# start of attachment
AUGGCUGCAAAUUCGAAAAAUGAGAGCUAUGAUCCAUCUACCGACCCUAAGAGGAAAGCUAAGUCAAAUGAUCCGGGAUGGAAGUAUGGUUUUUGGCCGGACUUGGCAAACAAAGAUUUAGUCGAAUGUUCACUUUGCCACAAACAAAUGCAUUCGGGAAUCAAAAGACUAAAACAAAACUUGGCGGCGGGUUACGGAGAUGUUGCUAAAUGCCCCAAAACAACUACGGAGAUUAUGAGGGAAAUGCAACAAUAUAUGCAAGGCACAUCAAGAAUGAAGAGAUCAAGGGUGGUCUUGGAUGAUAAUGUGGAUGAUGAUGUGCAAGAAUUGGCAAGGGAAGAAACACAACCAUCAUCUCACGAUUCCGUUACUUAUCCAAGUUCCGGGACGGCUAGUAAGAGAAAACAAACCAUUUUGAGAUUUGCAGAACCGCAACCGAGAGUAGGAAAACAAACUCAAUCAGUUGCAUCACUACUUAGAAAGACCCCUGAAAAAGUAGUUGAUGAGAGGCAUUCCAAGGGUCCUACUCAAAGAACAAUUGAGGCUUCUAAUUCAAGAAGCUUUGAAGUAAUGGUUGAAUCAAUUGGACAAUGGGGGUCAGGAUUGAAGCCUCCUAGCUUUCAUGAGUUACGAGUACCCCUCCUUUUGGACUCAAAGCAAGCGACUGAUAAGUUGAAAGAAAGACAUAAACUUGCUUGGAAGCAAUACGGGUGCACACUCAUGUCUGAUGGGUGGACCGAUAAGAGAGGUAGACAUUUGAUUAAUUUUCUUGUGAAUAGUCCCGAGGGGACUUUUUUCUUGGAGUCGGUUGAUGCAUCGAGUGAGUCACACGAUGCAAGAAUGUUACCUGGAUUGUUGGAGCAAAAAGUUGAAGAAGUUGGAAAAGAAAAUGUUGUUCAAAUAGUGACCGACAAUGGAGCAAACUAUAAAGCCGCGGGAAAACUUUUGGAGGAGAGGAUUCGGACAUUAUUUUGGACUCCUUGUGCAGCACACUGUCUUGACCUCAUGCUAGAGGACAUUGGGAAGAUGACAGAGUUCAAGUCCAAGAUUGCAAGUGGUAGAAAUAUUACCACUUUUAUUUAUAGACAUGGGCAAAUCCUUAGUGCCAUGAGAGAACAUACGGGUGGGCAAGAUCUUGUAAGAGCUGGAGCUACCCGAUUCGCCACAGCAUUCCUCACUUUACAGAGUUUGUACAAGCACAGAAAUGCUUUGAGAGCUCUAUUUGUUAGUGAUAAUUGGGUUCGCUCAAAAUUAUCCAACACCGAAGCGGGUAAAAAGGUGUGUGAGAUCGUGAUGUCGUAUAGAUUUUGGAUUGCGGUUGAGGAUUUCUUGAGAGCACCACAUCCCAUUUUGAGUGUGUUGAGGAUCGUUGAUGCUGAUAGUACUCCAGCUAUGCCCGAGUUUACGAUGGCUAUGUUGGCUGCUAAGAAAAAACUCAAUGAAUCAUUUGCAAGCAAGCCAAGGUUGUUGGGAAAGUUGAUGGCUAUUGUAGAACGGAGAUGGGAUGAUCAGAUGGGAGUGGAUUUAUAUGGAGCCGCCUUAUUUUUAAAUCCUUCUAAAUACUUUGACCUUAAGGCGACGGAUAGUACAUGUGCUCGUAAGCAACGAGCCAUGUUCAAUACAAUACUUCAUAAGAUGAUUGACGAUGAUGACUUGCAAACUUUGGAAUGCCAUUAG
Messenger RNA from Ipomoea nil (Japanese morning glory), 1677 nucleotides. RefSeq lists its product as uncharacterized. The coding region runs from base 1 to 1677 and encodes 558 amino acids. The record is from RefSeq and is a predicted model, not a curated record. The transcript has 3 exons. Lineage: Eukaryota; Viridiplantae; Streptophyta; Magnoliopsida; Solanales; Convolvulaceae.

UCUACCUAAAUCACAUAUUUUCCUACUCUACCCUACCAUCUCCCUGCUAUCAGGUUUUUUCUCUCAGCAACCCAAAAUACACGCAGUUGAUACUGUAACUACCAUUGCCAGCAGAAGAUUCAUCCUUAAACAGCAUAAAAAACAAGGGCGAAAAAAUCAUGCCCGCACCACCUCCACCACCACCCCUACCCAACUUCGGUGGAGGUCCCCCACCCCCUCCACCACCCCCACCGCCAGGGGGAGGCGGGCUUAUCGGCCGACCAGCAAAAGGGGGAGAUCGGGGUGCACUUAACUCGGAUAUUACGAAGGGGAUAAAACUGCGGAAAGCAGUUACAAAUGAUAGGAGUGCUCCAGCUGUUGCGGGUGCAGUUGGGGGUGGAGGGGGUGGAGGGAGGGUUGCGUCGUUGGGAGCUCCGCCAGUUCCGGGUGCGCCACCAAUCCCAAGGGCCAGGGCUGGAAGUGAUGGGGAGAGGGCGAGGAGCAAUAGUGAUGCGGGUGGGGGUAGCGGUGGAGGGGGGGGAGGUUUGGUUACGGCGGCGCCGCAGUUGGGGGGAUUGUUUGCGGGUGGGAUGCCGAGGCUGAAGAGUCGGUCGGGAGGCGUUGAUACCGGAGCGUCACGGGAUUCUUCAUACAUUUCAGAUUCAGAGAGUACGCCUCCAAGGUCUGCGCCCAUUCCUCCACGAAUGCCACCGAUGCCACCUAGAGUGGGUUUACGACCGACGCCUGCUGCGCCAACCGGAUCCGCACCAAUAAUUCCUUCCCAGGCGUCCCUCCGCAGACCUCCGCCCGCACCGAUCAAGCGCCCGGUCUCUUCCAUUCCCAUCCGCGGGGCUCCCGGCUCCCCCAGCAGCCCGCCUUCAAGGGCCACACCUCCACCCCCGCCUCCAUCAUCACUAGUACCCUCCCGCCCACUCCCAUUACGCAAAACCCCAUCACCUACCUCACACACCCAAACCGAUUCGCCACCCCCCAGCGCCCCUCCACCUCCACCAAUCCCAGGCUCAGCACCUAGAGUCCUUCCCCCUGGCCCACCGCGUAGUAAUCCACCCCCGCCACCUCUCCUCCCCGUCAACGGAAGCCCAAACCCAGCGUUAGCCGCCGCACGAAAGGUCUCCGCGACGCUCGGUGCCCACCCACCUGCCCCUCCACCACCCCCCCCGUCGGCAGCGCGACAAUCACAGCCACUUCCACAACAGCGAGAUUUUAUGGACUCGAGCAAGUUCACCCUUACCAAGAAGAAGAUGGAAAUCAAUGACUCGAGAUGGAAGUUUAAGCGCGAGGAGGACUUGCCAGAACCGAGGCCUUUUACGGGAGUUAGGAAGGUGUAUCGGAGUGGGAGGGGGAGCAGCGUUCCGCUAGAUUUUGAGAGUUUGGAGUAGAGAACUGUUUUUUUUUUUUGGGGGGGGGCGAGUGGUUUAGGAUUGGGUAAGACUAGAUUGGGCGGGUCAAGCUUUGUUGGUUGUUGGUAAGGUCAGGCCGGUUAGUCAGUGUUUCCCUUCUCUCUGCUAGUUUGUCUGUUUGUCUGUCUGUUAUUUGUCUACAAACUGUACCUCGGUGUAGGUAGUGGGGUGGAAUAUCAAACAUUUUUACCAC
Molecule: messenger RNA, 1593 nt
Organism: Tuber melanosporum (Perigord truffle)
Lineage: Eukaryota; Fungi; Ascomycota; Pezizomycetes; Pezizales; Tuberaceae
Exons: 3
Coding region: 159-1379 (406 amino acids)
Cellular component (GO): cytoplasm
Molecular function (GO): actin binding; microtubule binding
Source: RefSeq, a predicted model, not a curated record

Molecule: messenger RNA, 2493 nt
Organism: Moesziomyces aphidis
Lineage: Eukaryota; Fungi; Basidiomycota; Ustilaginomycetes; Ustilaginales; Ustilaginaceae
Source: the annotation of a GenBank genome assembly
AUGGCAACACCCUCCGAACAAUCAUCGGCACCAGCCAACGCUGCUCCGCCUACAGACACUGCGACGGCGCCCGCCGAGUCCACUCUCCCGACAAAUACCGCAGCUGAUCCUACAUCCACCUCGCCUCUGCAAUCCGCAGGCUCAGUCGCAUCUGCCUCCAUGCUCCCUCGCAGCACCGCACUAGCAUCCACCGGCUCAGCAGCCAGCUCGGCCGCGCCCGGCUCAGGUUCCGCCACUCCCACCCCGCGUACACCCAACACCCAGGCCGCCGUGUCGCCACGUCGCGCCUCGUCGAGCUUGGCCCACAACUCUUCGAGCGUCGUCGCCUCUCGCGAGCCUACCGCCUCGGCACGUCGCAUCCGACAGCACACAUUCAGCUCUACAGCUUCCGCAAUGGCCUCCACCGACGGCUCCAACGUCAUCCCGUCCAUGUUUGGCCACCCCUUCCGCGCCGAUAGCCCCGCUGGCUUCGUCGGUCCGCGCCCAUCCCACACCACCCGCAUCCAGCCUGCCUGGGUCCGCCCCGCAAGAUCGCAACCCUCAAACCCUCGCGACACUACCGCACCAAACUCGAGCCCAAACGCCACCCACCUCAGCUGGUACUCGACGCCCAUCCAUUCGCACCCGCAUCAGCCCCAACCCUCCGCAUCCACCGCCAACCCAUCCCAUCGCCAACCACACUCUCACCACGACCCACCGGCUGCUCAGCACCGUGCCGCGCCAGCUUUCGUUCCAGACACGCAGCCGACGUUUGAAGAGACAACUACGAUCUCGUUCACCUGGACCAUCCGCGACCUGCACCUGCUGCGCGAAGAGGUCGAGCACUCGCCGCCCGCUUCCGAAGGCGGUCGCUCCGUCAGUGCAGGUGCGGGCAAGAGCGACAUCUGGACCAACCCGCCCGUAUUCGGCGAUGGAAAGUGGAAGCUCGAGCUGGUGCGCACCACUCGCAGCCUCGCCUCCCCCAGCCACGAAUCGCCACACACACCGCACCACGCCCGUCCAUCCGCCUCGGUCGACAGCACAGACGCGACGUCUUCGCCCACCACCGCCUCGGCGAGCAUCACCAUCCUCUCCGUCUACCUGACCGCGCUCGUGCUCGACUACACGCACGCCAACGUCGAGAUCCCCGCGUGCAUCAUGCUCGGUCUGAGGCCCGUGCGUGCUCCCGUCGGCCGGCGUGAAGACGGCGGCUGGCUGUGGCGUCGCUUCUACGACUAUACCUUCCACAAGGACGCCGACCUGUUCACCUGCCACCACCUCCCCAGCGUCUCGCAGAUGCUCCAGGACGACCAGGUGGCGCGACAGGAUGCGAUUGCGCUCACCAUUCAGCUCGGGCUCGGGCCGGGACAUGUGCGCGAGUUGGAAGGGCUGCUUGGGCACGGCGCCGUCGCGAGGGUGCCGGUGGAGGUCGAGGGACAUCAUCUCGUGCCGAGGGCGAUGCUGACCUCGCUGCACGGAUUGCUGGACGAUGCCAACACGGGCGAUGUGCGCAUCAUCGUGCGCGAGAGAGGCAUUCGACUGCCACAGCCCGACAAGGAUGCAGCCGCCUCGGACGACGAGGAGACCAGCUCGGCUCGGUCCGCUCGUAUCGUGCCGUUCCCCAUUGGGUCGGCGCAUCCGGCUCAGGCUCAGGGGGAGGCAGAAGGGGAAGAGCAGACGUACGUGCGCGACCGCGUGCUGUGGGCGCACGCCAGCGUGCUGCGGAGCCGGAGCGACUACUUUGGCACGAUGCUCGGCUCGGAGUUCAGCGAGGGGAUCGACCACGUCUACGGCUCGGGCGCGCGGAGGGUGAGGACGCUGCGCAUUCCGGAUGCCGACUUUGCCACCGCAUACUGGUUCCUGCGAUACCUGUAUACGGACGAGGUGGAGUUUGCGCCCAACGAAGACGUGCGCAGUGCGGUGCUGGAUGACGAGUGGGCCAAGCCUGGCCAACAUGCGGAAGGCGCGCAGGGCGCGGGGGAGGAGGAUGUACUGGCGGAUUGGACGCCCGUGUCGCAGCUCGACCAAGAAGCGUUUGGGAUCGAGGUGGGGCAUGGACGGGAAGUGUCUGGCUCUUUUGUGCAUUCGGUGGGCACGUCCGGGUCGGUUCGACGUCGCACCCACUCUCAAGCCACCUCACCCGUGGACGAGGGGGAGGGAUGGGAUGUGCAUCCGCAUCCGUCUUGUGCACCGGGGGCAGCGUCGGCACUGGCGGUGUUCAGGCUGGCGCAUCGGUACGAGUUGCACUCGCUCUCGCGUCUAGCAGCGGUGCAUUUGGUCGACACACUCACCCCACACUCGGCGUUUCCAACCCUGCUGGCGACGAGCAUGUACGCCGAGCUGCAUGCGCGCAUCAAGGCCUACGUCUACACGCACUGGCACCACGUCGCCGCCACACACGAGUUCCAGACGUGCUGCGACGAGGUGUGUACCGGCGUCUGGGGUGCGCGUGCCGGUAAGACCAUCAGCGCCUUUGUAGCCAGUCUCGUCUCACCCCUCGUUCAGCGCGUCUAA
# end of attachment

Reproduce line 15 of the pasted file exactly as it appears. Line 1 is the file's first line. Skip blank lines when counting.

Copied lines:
Source: the annotation of a GenBank genome assembly